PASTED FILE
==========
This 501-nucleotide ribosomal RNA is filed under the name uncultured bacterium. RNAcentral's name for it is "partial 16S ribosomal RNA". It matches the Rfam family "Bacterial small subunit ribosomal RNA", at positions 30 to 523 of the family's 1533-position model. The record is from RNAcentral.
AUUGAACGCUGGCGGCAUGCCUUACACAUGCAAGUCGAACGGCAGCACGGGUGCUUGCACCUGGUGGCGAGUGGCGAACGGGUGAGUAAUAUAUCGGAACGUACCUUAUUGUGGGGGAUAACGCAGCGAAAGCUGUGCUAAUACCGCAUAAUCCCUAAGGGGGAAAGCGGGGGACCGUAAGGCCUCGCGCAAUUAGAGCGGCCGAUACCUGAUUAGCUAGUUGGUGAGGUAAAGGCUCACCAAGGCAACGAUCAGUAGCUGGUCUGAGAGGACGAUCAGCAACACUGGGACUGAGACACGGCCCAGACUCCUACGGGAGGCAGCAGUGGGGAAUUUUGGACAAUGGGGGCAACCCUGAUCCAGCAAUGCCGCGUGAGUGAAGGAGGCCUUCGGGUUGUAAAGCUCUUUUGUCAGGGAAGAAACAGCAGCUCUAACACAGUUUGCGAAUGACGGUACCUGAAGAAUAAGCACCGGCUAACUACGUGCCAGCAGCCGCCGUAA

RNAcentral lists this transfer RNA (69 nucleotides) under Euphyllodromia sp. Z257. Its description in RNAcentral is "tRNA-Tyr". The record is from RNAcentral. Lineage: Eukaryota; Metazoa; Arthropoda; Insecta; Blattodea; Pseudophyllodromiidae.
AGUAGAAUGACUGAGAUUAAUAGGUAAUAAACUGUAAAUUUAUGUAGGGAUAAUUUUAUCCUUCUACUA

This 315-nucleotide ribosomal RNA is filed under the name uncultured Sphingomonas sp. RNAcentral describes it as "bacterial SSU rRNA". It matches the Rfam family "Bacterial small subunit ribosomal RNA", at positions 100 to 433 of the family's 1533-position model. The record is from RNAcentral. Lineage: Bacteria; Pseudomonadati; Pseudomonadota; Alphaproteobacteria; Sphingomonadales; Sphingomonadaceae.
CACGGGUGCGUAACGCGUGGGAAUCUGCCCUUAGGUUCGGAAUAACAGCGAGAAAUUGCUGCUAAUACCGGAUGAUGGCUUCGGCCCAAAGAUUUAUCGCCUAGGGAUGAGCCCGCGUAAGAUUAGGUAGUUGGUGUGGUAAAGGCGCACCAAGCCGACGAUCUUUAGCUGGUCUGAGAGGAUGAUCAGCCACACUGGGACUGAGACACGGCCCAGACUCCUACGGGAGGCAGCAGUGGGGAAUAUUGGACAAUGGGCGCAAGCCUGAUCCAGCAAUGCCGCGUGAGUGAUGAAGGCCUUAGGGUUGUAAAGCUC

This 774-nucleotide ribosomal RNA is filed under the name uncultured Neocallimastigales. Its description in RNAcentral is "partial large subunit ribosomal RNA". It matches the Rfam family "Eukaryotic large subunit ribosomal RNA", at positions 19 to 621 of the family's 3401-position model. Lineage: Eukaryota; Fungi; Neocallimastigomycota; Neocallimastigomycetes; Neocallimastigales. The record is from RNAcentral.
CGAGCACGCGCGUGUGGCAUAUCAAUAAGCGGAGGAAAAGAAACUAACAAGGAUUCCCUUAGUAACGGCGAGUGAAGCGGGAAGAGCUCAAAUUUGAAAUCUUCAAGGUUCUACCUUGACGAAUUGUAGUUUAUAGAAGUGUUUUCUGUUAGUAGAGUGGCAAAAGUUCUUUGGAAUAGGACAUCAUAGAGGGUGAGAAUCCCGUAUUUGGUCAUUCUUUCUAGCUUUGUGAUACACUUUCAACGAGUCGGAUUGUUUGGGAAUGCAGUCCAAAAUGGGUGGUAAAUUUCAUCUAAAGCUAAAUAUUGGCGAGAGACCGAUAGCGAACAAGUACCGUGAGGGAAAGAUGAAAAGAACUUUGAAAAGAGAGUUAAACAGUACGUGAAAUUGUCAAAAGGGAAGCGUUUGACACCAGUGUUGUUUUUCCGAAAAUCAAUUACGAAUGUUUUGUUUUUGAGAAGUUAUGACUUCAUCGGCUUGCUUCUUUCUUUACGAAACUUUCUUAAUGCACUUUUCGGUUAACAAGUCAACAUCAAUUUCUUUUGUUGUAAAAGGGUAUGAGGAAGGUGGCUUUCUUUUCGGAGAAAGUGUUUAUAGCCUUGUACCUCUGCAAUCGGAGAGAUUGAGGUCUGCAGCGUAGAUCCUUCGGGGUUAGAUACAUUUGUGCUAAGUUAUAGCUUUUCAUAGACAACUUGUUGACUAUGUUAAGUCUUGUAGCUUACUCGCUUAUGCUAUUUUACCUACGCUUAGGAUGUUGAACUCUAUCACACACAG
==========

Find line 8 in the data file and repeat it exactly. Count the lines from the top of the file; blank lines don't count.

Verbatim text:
CGAGCACGCGCGUGUGGCAUAUCAAUAAGCGGAGGAAAAGAAACUAACAAGGAUUCCCUUAGUAACGGCGAGUGAAGCGGGAAGAGCUCAAAUUUGAAAUCUUCAAGGUUCUACCUUGACGAAUUGUAGUUUAUAGAAGUGUUUUCUGUUAGUAGAGUGGCAAAAGUUCUUUGGAAUAGGACAUCAUAGAGGGUGAGAAUCCCGUAUUUGGUCAUUCUUUCUAGCUUUGUGAUACACUUUCAACGAGUCGGAUUGUUUGGGAAUGCAGUCCAAAAUGGGUGGUAAAUUUCAUCUAAAGCUAAAUAUUGGCGAGAGACCGAUAGCGAACAAGUACCGUGAGGGAAAGAUGAAAAGAACUUUGAAAAGAGAGUUAAACAGUACGUGAAAUUGUCAAAAGGGAAGCGUUUGACACCAGUGUUGUUUUUCCGAAAAUCAAUUACGAAUGUUUUGUUUUUGAGAAGUUAUGACUUCAUCGGCUUGCUUCUUUCUUUACGAAACUUUCUUAAUGCACUUUUCGGUUAACAAGUCAACAUCAAUUUCUUUUGUUGUAAAAGGGUAUGAGGAAGGUGGCUUUCUUUUCGGAGAAAGUGUUUAUAGCCUUGUACCUCUGCAAUCGGAGAGAUUGAGGUCUGCAGCGUAGAUCCUUCGGGGUUAGAUACAUUUGUGCUAAGUUAUAGCUUUUCAUAGACAACUUGUUGACUAUGUUAAGUCUUGUAGCUUACUCGCUUAUGCUAUUUUACCUACGCUUAGGAUGUUGAACUCUAUCACACACAG